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Bush is a joker; Santorum is a queen

North Shore illustrator John Doherty didn’t pull any punches when he drew the caustic caricatures for the Bush House of Cards, a 56-card deck lampooning the Pentagon’s Iraqi " most-wanted " cards released last spring. There’s Deputy Secretary of State Richard Armitage, snaggletoothed and cue-ball bald, rendered as Nosferatu’s Count Orlok (eight of clubs). There’s Christian Broadcasting Network top banana Pat Robertson skedaddling off to the bank with bloody money bags, presumably earned from his investments in African diamond mines (four of clubs). There’s Attorney General John Ashcroft holding aloft his own halo (ace of diamonds), GOP moralist William Bennett racking up three lemons on a slot machine labeled the " moral jackpot " (four of hearts), and online newshound Matt Drudge sniffing a toilet bowl beneath the proud declaration, " I go where the stink is! " Naturally, President Bush and Vice-President Cheney are a pair of jester-hatted jokers.

The conception of retired journalist, media critic, and consumer-affairs crusader Arthur E. Rowse, the Bush House of Cards was conceived to parody the Defense Intelligence Agency’s awkward attempt to brief soldiers about the most-wanted officials from Saddam’s regime. Unlike other spoof sets that have relied on photos for face cards, Rowse wanted to use satirical caricatures to ridicule " the clowns and confederates of the Bush regime. " So after spotting John Doherty’s work on a national caricaturists’ Web site, Rowse asked the Boston-area illustrator — who’s doodled locally for 25 years, including a 16-year stint as house caricaturist at the Bull & Finch Pub — to join him on the project. Doherty thinks the collaboration has worked out well. " I’ve got more of a modern sensibility, " the fortysomething artist says, while Rowse " has more of a standard grounding in old-school journalism and the standards that existed in the pre-Drudge era. " Meaning that the toilet bowl was exclusively Doherty’s idea. ( " He thought it was a little stark, the idea of showing a toilet, " Doherty admits. " But I thought it was right on the money — Drudge trucks in that stuff. " )

In selecting candidates for the 54 face cards, there were obvious choices like Bush abettors Donald Rumsfeld, Karl Rove, and Andrew Card, plus conservative windbags like Newt Gingrich, Trent Lott, and Ann Coulter. " They’re lightning rods that nearly everybody who is a moderate thinks are ideologues, " says Doherty. " They’re the equivalents to the left of what Ted Kennedy and Hillary Clinton are to the right. " But not all the contenders were as categorically conservative as Gingrich or Lott. Like NBC Nightly News anchor Tom Brokaw, who Rowse felt belonged in the deck after appearing in the Bush-butt-kissing program The Bush White House: Inside the Real West Wing, a 2002 television special about a day in the life of the White House. " It was like a two-hour commercial for Karl Rove, " Doherty says. " [Arthur] found it pretty galling — and I did too. "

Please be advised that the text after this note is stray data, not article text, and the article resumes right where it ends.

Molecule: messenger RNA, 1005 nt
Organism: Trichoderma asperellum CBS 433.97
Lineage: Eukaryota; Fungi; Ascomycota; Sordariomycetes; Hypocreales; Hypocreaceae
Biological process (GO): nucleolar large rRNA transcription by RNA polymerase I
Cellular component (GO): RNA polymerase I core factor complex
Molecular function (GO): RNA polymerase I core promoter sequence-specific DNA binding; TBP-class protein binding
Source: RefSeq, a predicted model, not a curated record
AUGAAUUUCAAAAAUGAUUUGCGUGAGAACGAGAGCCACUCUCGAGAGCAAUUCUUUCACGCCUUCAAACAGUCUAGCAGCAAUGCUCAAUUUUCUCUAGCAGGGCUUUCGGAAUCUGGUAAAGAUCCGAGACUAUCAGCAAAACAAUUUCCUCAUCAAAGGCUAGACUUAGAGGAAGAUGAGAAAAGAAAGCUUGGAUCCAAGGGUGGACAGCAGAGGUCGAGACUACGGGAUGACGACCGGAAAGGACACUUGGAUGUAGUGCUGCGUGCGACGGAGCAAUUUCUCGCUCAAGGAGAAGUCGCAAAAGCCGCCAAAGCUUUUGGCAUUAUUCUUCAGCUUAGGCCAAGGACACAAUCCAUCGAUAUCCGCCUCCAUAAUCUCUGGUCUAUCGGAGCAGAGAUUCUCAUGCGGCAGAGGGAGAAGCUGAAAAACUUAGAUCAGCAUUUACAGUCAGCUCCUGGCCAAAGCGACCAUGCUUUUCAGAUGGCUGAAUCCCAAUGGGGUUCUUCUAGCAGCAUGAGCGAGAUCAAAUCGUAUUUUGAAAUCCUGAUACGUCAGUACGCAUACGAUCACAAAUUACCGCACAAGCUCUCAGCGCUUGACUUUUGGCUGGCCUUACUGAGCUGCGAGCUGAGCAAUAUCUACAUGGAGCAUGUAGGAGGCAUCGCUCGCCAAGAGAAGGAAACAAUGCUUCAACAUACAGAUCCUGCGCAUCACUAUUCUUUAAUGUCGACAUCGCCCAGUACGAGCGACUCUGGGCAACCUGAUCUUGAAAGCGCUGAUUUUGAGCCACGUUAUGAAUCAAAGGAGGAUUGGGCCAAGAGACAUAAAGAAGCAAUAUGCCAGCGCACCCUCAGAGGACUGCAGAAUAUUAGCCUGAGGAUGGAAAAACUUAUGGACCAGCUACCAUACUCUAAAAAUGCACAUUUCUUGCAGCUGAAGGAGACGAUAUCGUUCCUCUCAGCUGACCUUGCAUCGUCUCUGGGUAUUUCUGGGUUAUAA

Once they’d decided which panjandrums to include, they had to assign each a place in the regal hierarchy. Some were easy, like Cheney and Bush as jokers. Or like the four queens: National Security Adviser Condoleezza Rice pumping gas in a boiler suit (queen of diamonds); former EPA chief Christine Todd Whitman drawn in front of soot-spewing smokestacks (queen of spades); Secretary of the Interior Gale Norton grinning maniacally and brandishing a chain saw (queen of clubs); and anti-gay demagogue US Senator Rick Santorum, stroking an anxious-looking pooch (queen of hearts). " To him, [homosexuality] was the same as if society had condoned bestiality, " Doherty points out. " Freud said if you’re really worried about that, maybe there’s a reason? "

A few figures were even dropped, like ABC’s Claire Shipman. " She was in our deck because of a faulty report that she’d given on ABC News. In fact-checking, [Arthur] actually discovered she wasn’t as culpable as we’d thought, so we didn’t think it was fair to include her. " Alas, Shipman’s eradication was a disappointment for Doherty — but not because he had an ax to grind. " She was one of the more attractive cards we had — most of these people are not beauty-pageant winners, " Doherty chuckles. " A face that’s classically beautiful — it’s a little bit more of a challenge to pull something off that’s haughty or works in a caricature. Grotesque is easier to cover in caricature — and there’s a lot of that in this deck. "

The Bush House of Cards costs $9.95 a set, plus $3 for shipping and handling. Visit www.bushhouseofcards.com

Issue Date: October 3 - 9, 2003
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